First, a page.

The population of rural Ashchurch is set to rise ten-fold due to development, the parish council chairman has warned.
Angela Brown, of Ashchurch Rural Parish Council, outlined her fears about the consequences for the community in a letter to Robert Hitchins Ltd. It was in response to its request for people’s views on its plans to build 550 homes north of the Army camp.
She said proposing to develop the land before details of the Joint Core Strategy (a future planning blueprint being put together by the district councils for Tewkesbury, Cheltenham and Gloucester) had been finalised, meant it was premature.
And she said Ashchurch could mushroom in size if other planned developments were approved. They were 2,125 homes on the Army camp, 250 on land fronting the A46 at Pamington, 45 at the rear of Ashchurch Village Hall and 15 on the former Queen’s Head site at Aston Cross.
She said: “This would increase our rural population from 750 people to say 7,000, plus cars. It is totally changing the face of the rural parish and turning it into an urban sprawl.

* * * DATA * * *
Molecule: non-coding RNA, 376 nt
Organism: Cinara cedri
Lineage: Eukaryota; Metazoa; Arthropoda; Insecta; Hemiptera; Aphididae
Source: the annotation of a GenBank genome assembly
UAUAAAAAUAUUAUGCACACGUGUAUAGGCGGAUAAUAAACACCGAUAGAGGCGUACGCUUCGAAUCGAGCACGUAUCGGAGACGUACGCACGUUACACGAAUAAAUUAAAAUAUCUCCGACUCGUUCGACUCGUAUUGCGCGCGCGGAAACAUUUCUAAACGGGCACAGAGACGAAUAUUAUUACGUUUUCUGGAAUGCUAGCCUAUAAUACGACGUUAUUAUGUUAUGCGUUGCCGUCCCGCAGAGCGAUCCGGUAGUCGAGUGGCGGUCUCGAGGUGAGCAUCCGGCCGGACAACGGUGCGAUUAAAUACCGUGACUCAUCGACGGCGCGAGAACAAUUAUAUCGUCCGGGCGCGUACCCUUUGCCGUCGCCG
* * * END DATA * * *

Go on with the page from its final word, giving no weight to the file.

“I ask where the infrastructure will be and from where the jobs will be forthcoming to accommodate all these proposed residents?
“I feel that we should be taking progress step by step and not pushing forward developments within the rural parish and not pre-empting the JCS.
“We need a comprehensive study of the infrastructure requirements associated with the development of so many properties in Ashchurch. I look to Tewkesbury Borough Council to refuse these applications until the JCS has been approved.”
The borough council’s group manager for development services, Julie Wood, said: “We recognise that the land to the north of the MoD site is part of a wider area at Ashchurch, which is proposed for development. Within the JCS is a whole range of policies, which require all developers to demonstrate how a holistic approach to the entire development site can be delivered and supported.
“We have also been working alongside other councils in Gloucestershire on an Infrastructure Delivery Plan, which highlights the infrastructure requirements of the JCS – such as highways upgrades and improvements. This information will be used to help inform the implications of any development put forward.”